The upper end 22% of the hollow shaft is provided witha hexagonal or other non-circular outer periphery, for mounting the arm 222 firmly thereon for rotation therewith. Immediately below this arm there is an elongated arm 224 which is journaled for rotation freely on the bearing 226 surrounding the hollow shaft. Positioned adjacent the outer end of the elongated arm 224 is a pair of electrical microswitches 228 and 230 spring-loaded, the actuating arms of which are arranged for engagement by the arm. One of these microswitches 228, hereinafter referred to as the break-soon switch, is actuated when the door is opened about and the other microswitch 230, hereinafter referred to as the break-late switch, is actuated when the door is opened about /2, as explained more fully hereinafter.

An abutment member 232 is mounted upon the arm 224 and a corresponding abutment member 234 is mounted upon the upper arm 222 for engagement therewith.

Thus, as the entrance door begins to open, the hollow shaft 218 begins counter-clockwise rotation (FIG. 16), rotating with it the upper arm 222. Since this arm engages the underlying arm through the abutment members, release of this engagement permits the arm 224 to rotate counter-clockwise, under the influence of the spring loaded actuating arms of microswitches 228 and 230, until its outer end abuts the inner surface of the hollow roof frame. Thereafter, further opening of the entrance door causes the upper arm to continue its rotation.

Means also is provided for preventing the opening of either the entrance or exit door when a person is inside the booth. In the embodiment illustrated and best shown in FIG. 18, this means is provided by a floor plate 240 which is secured pivotally to the bottom frame 26 by means of the hinge 242. The opposite side of the floor plate is supported resiliently in an upward position by the coil spring 244 connected at its lower end to the floor plate and at its upper end to an adjustable eye bolt 246 mounted on a flange of the housing wall. A resilient floor covering 248, such as a rubber mat, overlies the floor plate 240.

When a person enters the booth, his weight overcomes the force of the spring 244 and causes the suspended end of the floor plate :to depress. This end of the floor plate engages the arm 250 of a microswitch 252 and closes the latter. As explained more fully hereinafter, this switch is arranged in the control circuits of the latch bolt solenoids to render the latter inoperative when the booth is occupied.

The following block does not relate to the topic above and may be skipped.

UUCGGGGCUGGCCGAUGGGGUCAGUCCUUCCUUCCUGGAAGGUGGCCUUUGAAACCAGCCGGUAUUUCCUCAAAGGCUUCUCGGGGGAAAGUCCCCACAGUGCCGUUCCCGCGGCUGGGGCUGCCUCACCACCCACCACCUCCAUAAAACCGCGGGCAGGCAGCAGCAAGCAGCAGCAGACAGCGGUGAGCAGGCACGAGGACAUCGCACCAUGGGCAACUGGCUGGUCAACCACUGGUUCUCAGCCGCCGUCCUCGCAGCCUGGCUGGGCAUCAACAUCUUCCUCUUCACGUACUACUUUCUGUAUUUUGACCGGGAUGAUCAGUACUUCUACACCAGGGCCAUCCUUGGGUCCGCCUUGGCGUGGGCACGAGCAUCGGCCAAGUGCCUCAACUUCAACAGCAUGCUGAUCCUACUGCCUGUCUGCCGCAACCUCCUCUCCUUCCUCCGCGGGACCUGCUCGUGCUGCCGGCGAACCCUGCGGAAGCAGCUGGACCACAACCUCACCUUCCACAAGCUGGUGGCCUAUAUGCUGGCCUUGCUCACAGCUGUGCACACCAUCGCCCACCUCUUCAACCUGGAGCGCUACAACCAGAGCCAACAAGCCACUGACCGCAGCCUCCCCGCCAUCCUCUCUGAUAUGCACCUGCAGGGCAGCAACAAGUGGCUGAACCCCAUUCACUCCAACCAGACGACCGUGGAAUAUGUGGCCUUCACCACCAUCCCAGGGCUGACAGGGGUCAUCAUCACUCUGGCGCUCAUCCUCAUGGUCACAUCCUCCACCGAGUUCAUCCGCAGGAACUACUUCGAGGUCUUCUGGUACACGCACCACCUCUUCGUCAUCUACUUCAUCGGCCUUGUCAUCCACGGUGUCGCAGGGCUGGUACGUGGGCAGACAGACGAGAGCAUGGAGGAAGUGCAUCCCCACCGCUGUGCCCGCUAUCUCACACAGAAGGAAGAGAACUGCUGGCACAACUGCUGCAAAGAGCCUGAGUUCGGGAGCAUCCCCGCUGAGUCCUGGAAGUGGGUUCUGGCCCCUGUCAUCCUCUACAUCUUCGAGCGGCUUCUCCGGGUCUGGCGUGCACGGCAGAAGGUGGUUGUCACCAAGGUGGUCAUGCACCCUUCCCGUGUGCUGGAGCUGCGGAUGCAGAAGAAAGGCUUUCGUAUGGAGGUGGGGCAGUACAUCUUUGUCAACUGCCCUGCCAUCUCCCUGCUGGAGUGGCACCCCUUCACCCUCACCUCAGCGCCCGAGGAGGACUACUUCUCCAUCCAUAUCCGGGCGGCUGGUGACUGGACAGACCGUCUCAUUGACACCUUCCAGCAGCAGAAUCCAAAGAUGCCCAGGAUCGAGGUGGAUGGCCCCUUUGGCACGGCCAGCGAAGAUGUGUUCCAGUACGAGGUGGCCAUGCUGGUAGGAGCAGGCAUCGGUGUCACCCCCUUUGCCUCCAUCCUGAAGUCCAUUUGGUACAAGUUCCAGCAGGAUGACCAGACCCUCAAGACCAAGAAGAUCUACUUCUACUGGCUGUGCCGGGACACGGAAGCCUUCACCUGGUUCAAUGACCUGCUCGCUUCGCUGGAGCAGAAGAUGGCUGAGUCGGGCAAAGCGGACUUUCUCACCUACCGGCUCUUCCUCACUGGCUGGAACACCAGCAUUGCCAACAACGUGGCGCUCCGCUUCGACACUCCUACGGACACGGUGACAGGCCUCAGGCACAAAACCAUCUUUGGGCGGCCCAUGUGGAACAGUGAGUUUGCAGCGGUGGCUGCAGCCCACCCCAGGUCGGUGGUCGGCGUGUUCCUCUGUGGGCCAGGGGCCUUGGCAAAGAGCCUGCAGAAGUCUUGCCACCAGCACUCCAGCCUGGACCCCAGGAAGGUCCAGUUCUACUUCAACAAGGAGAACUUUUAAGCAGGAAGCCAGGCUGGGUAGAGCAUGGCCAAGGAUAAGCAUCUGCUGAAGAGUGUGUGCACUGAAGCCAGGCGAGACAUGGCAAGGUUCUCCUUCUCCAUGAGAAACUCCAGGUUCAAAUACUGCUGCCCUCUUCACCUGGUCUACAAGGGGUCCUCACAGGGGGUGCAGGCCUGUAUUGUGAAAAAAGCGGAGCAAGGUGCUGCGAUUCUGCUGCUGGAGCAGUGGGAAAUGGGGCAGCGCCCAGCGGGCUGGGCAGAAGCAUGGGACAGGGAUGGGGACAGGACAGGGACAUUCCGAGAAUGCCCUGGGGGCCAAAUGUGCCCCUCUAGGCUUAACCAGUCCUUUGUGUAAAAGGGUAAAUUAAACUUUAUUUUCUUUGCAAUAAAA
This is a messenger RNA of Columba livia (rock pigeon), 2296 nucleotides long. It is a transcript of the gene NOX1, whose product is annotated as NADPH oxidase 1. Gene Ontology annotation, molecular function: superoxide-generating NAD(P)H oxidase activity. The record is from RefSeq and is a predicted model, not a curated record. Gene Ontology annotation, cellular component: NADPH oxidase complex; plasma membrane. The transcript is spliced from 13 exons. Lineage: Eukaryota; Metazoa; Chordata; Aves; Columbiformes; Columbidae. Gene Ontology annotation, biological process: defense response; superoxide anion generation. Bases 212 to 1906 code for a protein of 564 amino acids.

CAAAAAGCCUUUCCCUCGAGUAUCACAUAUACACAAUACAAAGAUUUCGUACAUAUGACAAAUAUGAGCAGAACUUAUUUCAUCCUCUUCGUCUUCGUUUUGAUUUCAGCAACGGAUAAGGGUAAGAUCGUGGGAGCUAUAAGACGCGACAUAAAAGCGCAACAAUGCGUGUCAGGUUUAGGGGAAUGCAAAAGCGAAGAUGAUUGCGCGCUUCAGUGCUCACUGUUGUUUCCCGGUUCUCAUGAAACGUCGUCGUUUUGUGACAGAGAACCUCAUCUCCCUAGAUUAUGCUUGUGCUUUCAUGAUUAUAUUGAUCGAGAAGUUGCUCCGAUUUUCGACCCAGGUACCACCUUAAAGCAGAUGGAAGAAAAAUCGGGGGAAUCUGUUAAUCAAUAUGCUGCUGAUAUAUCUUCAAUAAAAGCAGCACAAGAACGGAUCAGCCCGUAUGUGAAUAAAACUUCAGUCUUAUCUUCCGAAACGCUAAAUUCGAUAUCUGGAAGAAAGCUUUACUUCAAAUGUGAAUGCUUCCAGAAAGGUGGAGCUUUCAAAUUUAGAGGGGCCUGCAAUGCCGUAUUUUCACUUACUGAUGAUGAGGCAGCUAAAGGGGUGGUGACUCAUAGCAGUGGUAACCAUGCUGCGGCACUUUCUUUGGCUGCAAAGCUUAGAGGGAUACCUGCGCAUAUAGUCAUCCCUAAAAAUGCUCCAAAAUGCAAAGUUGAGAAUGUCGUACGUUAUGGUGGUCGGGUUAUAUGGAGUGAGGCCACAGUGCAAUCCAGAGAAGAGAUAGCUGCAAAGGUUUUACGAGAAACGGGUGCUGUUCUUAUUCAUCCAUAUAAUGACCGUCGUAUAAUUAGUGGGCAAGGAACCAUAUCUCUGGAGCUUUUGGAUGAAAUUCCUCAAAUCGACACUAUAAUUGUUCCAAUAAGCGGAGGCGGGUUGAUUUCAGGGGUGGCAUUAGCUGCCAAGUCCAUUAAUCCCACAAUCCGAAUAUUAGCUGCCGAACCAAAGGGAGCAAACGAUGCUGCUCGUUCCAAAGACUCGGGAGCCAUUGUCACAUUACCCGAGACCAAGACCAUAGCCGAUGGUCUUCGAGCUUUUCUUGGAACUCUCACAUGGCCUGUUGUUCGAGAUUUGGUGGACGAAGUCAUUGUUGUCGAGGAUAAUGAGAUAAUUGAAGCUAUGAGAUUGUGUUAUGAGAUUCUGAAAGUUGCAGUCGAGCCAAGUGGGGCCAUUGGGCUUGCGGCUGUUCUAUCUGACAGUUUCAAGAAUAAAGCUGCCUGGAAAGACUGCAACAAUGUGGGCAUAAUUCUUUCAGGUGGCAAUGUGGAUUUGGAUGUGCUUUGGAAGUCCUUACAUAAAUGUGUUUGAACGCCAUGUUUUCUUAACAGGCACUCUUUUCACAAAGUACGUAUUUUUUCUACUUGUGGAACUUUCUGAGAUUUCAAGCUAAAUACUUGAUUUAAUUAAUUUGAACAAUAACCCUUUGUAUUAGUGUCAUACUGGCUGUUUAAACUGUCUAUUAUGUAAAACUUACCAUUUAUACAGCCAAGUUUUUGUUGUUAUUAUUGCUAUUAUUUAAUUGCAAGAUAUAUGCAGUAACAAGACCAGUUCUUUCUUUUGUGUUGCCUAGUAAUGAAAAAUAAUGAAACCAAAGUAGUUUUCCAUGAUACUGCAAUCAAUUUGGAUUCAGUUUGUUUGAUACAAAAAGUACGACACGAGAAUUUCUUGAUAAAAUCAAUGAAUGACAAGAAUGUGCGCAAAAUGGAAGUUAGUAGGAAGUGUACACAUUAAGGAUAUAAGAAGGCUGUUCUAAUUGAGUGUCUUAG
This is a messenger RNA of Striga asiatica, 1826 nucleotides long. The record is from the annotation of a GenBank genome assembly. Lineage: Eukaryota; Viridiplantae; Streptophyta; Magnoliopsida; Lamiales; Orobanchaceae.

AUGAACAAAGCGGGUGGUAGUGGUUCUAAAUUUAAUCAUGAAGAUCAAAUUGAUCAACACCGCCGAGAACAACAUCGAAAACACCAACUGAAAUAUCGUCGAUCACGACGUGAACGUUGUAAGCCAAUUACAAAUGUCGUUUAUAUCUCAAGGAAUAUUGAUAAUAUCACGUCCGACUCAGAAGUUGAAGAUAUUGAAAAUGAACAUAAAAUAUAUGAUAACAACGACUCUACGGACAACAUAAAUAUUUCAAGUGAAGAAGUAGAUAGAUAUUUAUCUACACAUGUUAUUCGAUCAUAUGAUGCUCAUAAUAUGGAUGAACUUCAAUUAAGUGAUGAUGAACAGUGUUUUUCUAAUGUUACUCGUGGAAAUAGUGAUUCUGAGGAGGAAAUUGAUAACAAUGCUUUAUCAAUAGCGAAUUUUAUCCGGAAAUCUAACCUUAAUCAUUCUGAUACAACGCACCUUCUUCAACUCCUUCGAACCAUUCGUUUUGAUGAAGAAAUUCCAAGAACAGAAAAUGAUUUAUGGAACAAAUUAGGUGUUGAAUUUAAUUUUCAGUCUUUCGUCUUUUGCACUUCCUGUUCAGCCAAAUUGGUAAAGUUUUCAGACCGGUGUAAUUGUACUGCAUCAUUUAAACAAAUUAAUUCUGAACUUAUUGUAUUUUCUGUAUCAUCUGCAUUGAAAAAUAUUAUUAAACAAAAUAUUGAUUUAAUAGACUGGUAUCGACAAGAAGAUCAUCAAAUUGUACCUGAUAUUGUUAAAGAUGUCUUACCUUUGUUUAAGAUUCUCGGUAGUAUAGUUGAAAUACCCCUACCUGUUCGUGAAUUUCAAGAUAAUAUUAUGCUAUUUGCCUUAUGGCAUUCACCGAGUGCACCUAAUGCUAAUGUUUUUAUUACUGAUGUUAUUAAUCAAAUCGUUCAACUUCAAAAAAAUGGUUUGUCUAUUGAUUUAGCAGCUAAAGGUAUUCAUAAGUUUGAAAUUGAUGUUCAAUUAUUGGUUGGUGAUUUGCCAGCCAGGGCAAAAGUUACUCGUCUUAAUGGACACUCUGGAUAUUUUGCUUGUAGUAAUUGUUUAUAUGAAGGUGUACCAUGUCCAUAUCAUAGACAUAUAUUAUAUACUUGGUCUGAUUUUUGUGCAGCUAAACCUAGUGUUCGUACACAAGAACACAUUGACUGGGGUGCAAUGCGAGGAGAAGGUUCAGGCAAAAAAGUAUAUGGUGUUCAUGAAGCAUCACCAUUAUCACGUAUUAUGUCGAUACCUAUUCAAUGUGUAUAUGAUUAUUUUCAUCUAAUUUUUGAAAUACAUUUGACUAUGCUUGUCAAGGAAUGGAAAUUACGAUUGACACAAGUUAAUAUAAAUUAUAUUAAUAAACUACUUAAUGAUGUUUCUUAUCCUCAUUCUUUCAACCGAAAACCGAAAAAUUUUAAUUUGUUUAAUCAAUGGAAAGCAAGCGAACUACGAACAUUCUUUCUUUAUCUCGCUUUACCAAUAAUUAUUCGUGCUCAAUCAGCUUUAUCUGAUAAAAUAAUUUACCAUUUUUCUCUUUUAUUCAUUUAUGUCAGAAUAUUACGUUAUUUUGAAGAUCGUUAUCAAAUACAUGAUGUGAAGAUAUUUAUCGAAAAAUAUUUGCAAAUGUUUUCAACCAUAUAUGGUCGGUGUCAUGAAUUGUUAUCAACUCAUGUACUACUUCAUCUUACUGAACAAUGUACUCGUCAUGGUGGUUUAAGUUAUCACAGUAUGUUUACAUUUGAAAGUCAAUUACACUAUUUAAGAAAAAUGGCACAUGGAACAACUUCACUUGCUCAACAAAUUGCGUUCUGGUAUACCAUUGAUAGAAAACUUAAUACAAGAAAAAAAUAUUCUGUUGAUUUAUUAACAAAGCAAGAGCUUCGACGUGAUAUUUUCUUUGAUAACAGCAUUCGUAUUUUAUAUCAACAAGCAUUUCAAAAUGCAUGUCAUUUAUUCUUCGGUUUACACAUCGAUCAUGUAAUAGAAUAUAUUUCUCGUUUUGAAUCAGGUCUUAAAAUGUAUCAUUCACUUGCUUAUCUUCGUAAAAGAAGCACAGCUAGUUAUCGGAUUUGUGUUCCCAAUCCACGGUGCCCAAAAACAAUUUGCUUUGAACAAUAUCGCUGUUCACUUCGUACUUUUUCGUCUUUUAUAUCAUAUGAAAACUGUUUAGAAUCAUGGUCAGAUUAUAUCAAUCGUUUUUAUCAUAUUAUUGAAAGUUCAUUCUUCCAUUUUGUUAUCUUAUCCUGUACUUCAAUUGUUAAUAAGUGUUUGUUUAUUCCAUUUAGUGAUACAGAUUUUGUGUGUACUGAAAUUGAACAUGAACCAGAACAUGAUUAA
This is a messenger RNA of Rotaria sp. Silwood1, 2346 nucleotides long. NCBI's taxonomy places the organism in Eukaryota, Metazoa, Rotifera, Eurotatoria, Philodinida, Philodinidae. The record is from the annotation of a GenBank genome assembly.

The combination of the mechanical assembly described hereinbefore and the electrical components associated therewith now will be described in conjunction with the operation of the booth.

Electrical power for operating the components of the booth is supplied from a plurality of sources. Referring to FIG. 20 of the drawings, one of such sources is provided by a step-down transformer 260, the primary winding of which is connected to a conventional source of alternating current and the secondary of which is connected at one end to ground and at the other end to the series combination of the rectifier 262, the normally open switch contacts 264 and the fuse 268. The secondary winding and rectifier are shunted by condenser 268. A second source of electric potential is provided by the stepdown transformer 270, the primary of which is connected to a conventional source of alternating current and the secondary of which is connected at oneend to ground and at the opposite end to the series combination of the normally open contacts 272 and the fuse 274.

In the event of failure of the conventional alternating current supply, an emergency source of electric potential is provided by the battery 280, one end of which is connected to ground and the other end of which is connected through the normally closed contacts 282 and 284 to the fuses 266 and 274 respectively. The battery is shunted by the series arrangement of the voltmeter 286 and switch 288, by which to test the battery periodically and thus insure its proper operation.

The foregoing switch contacts are actuated by an electric relay 290 which is connected to a conventional source of alternating current. The relay is shunted by lamp 292 which is located in the booth behind the person as he faces the operating panel 72, to illuminate the latter. An additional set of normally closed contacts 294 are operated by the relay and are arranged in the battery circuit of a second lamp 296. This lamp is located in the booth above the operating panel and gives visible evidence that the source of alternating current is inoperative and that the battery has beenswitched in automatically. Since the electric circuit of this lamp includes the floor switch 252, the lamp is operative only when the booth is occupied.